This week’s First Gen is written by Savannah Sima. Sima is an undergraduate student at the College of Wooster and the University of Oxford in Philosophy and Politics. Sima will be pursuing graduate studies in philosophy after finishing their senior thesis.

There are times when ‘first-generation’ is used by colleges and universities as an all-encompassing term for both first-gen and low-income students. In doing so, accommodating low-income students becomes an institutional challenge.

The label first-generation includes such a wide variety of identities and lived experiences that designing services that inclusively support all students with this label in mind often ends up underrepresenting low-income students. What constitutes a first-generation student differs, depending on the institution. 

Nearly 33% of students attending a college or university in the United States are first-generation, according to the Center for First-Generation Student Success. The assumption is often made that being first-gen also means coming from a low-income background, but this isn’t always the case. While those two experiences can intersect, making that assumption can do a disservice to both groups of students.

At my home institution, The College of Wooster, there is a staggering amount of programming for first-generation students that centers around financial literacy and breaking into professional spaces, without talking directly about economic status. This programming then ends up missing the mark for students experiencing outright poverty or any financial hardship, because not every first-generation student is low-income and some don’t need as much access to financial programming as the college assumes.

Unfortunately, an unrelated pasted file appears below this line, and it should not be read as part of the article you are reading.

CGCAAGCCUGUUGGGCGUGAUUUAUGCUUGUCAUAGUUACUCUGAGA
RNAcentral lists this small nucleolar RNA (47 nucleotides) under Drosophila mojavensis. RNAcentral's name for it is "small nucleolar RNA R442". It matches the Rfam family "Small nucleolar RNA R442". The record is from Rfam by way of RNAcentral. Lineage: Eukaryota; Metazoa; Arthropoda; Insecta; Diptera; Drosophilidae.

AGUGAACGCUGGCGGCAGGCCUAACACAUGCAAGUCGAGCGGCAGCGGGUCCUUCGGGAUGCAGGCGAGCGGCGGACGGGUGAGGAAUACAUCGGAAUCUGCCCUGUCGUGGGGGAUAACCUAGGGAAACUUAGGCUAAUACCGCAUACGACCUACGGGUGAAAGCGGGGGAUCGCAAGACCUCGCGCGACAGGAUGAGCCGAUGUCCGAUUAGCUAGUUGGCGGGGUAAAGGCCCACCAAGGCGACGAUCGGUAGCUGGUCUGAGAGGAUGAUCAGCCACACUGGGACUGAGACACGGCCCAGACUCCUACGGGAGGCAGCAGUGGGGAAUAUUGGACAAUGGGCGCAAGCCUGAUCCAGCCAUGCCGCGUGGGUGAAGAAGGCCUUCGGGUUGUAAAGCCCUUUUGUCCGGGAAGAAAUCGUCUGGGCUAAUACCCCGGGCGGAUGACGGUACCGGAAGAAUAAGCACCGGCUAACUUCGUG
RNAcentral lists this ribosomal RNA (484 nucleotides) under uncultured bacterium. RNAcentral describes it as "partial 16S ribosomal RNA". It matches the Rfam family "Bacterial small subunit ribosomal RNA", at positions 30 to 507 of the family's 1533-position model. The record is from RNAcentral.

The students that do need support, feel alienated from spaces that extend these finance-centered programs because our stories and frequent financial hardships are stigmatized and not relatable to students and staff who are first-generation, but not low-income. Low-income voices are then overshadowed by students who identify as first-generation but do not need the same level of support and financial considerations. 

In trying to amplify the stories of first-generation college students, universities miss the nuances of how being low-income can directly shape their experience and individual barriers to success at their respective institutions. The voices of first-generation students from more privileged financial backgrounds overshadow the voices of low-income students. I know from experience that this can alienate students from their own first-generation peers and campus-wide programming. 

Universities and first-generation communities broadly need to make a basic distinction between ‘first-generation’ and ‘low-income’ to accurately extend visibility to students who have directly experienced, and continue to experience, poverty. Utilizing first-generation to capture the economic status of students conflates the two labels and leads to an underrepresentation of low-income students, who struggle financially throughout college. 

It seems that some institutions use the term first-generation to avoid directly confronting poverty and socioeconomic status. First-generation groups and higher education institutions need to begin destigmatizing the term low-income as it’s the most descriptive and concretely identifiable term for conversations about socioeconomic class and financial hardship for students. 

Clear and direct language will help to create more effective programming for students and will encourage open conversations about poverty. When you avoid directly identifying the economic status and conflate these terms, you grossly underserve and misrepresent low-income students who then are likely to become disillusioned with institutional support. 

Thank you for reading! You can follow me on Twitter @zipporahosei and reach me for questions and comments at zipporahosei@gmail.com.

A journalist and first-generation college student originally from Yonkers, N.Y., Zipporah is in her last year at Northeastern University. She has reported for The Boston Globe, The Chronicle of Higher Education,...